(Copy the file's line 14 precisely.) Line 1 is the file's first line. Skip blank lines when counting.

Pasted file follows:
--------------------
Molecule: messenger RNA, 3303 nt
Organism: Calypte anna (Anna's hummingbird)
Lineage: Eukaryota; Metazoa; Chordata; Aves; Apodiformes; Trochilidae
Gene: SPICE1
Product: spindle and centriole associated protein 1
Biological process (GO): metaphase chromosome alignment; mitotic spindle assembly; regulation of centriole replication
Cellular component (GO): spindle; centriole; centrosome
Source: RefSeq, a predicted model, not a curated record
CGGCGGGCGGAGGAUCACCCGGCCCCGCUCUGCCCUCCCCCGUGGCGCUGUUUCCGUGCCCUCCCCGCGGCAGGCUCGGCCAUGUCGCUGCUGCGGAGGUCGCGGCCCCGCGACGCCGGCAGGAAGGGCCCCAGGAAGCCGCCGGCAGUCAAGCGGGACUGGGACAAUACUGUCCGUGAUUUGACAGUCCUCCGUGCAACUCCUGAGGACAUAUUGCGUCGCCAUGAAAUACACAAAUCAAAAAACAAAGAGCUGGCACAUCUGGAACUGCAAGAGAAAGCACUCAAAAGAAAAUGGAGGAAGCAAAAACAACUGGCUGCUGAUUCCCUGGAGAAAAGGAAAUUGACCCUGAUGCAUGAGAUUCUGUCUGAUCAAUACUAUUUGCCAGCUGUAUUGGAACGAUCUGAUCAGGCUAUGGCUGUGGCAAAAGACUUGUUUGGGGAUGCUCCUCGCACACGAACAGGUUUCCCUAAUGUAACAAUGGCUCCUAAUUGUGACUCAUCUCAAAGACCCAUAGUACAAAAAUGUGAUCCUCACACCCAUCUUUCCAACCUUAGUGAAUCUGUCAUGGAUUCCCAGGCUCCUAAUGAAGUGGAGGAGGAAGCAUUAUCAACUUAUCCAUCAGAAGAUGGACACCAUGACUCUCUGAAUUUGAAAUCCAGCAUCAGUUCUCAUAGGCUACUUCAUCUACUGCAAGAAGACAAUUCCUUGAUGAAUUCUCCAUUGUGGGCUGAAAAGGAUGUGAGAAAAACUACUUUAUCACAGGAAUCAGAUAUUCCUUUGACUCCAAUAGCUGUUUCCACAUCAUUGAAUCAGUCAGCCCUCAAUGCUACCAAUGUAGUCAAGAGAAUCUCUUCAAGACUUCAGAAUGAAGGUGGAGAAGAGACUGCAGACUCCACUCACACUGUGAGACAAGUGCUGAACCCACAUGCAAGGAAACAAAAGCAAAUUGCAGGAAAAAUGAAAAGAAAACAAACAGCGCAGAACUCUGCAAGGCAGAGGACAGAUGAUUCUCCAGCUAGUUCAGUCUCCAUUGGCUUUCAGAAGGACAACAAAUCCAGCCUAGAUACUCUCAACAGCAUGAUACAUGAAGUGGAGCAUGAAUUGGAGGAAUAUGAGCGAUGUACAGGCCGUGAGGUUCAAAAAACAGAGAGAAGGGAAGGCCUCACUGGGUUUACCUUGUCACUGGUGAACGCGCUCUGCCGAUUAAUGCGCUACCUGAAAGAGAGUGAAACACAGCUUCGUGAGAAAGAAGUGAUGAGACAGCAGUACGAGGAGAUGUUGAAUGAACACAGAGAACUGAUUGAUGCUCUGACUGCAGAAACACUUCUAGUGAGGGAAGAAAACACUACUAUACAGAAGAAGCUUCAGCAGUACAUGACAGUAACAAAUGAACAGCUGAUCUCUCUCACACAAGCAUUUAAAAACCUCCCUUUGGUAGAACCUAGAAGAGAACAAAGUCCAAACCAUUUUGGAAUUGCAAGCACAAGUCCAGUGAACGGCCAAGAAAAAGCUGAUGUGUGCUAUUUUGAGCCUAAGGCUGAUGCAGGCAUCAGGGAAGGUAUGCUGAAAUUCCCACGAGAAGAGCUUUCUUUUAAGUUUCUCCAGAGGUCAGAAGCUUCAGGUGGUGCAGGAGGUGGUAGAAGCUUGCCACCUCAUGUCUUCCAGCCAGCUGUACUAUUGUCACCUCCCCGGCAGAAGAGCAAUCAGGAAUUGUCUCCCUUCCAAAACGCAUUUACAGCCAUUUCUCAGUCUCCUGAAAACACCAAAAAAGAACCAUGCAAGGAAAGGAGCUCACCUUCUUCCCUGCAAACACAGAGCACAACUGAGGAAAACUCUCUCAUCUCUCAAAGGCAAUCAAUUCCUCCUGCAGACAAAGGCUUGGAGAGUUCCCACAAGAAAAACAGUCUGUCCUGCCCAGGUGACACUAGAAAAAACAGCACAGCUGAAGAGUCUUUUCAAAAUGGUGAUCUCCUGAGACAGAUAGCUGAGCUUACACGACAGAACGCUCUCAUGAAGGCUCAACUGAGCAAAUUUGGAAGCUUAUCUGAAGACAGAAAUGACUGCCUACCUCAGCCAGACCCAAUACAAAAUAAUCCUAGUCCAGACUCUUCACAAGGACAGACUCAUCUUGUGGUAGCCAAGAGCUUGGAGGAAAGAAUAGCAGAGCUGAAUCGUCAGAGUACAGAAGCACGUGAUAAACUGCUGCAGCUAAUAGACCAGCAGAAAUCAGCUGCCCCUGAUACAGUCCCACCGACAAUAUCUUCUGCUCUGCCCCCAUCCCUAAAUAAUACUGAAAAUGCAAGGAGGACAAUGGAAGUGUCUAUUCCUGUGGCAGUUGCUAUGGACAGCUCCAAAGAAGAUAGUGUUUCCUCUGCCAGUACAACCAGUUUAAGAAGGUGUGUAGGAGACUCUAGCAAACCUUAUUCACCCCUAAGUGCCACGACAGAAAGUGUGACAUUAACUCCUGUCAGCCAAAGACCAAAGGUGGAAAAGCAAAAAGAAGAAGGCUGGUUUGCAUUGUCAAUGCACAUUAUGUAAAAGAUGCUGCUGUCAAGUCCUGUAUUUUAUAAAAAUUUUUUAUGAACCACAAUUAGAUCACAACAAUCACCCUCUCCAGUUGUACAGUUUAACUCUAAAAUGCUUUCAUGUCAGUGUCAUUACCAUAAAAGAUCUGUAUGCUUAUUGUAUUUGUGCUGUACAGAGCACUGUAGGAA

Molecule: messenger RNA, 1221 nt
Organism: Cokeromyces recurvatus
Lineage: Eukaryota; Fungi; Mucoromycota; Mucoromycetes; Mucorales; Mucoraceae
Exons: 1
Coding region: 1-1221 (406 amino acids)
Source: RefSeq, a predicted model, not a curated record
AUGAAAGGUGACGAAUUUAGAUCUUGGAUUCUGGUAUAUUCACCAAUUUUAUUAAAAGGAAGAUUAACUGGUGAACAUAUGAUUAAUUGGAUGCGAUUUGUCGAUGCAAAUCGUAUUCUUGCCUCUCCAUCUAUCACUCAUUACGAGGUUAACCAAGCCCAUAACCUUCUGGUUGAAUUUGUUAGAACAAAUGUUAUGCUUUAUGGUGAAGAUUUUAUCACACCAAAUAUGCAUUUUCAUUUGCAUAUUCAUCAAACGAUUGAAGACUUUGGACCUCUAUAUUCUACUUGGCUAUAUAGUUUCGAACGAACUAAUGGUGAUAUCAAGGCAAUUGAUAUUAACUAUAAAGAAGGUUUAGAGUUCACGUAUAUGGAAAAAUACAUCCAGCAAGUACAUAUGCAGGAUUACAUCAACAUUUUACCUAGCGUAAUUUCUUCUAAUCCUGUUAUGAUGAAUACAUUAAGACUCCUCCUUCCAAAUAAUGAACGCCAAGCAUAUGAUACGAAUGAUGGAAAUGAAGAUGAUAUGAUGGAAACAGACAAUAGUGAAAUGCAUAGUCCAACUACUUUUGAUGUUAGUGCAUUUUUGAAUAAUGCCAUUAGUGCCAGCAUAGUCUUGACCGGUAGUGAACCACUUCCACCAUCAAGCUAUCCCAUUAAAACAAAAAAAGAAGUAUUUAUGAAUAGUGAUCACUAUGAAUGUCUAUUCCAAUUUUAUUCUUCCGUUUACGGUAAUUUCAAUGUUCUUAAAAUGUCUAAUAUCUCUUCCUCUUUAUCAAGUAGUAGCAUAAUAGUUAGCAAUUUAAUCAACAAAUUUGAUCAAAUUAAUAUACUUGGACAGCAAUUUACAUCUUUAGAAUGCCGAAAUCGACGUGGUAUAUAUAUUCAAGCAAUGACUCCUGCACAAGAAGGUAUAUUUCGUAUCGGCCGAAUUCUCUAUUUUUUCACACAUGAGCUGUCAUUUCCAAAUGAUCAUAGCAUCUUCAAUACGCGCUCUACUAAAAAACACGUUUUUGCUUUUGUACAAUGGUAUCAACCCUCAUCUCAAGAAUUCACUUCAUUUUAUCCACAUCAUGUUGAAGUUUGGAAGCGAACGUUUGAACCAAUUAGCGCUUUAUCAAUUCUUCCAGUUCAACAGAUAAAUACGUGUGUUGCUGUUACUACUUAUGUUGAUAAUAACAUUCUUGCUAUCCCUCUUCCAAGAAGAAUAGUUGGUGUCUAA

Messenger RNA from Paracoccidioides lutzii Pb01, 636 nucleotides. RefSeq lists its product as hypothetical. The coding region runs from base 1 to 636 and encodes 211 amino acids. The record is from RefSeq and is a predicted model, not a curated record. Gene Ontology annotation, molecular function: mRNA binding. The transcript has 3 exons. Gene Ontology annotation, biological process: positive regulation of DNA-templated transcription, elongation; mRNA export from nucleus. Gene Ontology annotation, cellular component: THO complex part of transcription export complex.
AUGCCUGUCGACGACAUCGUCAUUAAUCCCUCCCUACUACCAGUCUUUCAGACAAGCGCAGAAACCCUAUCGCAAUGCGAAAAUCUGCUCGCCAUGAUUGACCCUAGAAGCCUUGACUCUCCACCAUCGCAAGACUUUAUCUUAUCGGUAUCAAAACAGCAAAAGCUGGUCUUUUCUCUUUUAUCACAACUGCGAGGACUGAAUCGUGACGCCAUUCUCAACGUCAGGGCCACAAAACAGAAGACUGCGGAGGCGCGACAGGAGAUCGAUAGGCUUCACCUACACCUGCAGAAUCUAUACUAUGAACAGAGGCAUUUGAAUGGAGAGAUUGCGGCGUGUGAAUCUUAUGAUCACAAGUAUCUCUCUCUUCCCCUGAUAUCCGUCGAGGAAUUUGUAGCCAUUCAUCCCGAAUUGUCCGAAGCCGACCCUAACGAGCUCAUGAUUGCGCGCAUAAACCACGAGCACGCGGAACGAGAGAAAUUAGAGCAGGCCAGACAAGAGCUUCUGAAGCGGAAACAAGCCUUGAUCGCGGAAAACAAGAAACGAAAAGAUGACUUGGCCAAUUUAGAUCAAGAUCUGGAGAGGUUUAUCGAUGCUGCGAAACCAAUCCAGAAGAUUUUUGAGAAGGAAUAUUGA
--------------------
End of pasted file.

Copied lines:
Coding region: 1-1221 (406 amino acids)